Security analysts have found a severe security vulnerability in the desktop app for Microsoft Teams that gives threat actors access to authentication tokens and accounts with multi-factor authentication (MFA) turned on.

This is hilarious and exactly what I would expect from Microsoft.

What a great time to use BSD!

olbaidiablo
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From the same people who made it trivial to crack their system passwords in the early 2000’s

I’m so glad I’m not forced to use this garbage. Microsoft can’t do anything right.

Really odd that it doesn’t use the recommended credential storage APIs on Windows at least

Ephera
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And that a few days after the load of GIFShell vulnerabilities. But nah, no need to patch anything.

I don’t get it. Of course the app stores these in cleartext, the app needs to access them to login. Sure it could encrypt it but that is just obscurity, the key would have to be stored to somewhere the app has access to for it to use the tokens.

The article doesn’t seem to say that these were world-readable or otherwise visible to other users. So this seems like mostly a non-story. Use full disk encryption and you’ll be fine.

☆ Yσɠƚԋσʂ ☆
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Disk encryption covers the “dude swiped my laptop” attack vector but not the malicious npm package (or whatever) attack vector.

There isn’t a perfect security in the face of arbitrary malware, but we have OS key stores for good reason. For example, macOS keychain is encrypted by the SEP, and access to the data requires user authentication on a case by case basis when set correctly. It is not possible for any software at any privilege level to bypass it.

@kevincox@lemmy.ml
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But the malicious npm package can just read whatever key the app reads then decrypt the values. They are running with the same permission.

The only thing that really improves this is per-app sandboxing but if you are sandboxing the app then it shouldn’t be able to read any arbitrary files out of your home directly anyways.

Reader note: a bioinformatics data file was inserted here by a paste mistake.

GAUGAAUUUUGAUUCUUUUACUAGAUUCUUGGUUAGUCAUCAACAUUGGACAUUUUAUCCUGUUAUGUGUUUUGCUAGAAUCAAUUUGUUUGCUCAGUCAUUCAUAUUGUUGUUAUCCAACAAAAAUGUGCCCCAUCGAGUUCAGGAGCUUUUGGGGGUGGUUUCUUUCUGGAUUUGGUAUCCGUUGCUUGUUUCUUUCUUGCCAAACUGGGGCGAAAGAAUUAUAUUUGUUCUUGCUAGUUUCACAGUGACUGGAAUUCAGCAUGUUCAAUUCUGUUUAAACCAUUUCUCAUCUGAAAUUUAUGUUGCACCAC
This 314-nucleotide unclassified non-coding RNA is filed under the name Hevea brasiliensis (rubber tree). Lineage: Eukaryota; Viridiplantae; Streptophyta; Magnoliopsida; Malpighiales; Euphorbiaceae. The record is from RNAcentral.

Keychains are an improvement but not much. 99% of users will just unlock the keychain upon login so it doesn’t really provide much benefit. Unsandboxed apps are indistinguishable to the keyring daemon so they can just request one anothers’ keys. (Maybe windows or mac has some codesigning magic so that the keyring daemon knows the identity of the app at a finer grain than the user level? but at this point we are really just back to sandboxed apps).

Basically there is nearly no point to most apps to doing anything special to store sensitive files. If your app is secure enough that the user will be happy to unlock the keychain on every app launch sure. But that is a nearly non-existent use case. In general the OS should just provide secure storage as the default. For sandboxed apps they won’t have access to each others storage unless explicitly granted, for non-sandboxed apps there isn’t much you can do besides obscurity.

☆ Yσɠƚԋσʂ ☆
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But the malicious npm package can just read whatever key the app reads then decrypt the values. They are running with the same permission.

No, it cannot because apps cannot just reach into memory of other apps and keychain access has permissions per application.

How does the keychain know what “application” is calling it?

☆ Yσɠƚԋσʂ ☆
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If set up properly then each application has its own private store that it registers with the keychain. This isn’t exactly rocket science.

Do you have links to “set up properly”. The problem is that for most systems other than maybe some of the “app store” type setups the OS has not concept of “application”. The credentials are just the user and that is the same for all unsandboxed apps.

☆ Yσɠƚԋσʂ ☆
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Here’s an example of controlling access on per application basis with macOS keychain. The basic concept here is that the OS controls access to sensitive data, and applications can have individual stores associated with them. This allows control over what application can access a particular piece of data in the store.

That just seems to be about granting an app access to all keys, which is not quite the same as per-app keys.

I know that macOS has this for sandboxed apps from the app store, maybe they have it for “sideloaded” apps as well but at least most OSes don’t have that. At least for Windows and Linux there isn’t a good way to identify an “app” to separate it from any other. My macOS knowledge is rusty but IIRC you install apps in a system-owned directory and apps only have permission to update themselves so maybe you could use the application path as a key, but the other listed affected OSes don’t have that.

☆ Yσɠƚԋσʂ ☆
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I’m not familiar with windows, but here’s an example of how secrets management works on Linux.

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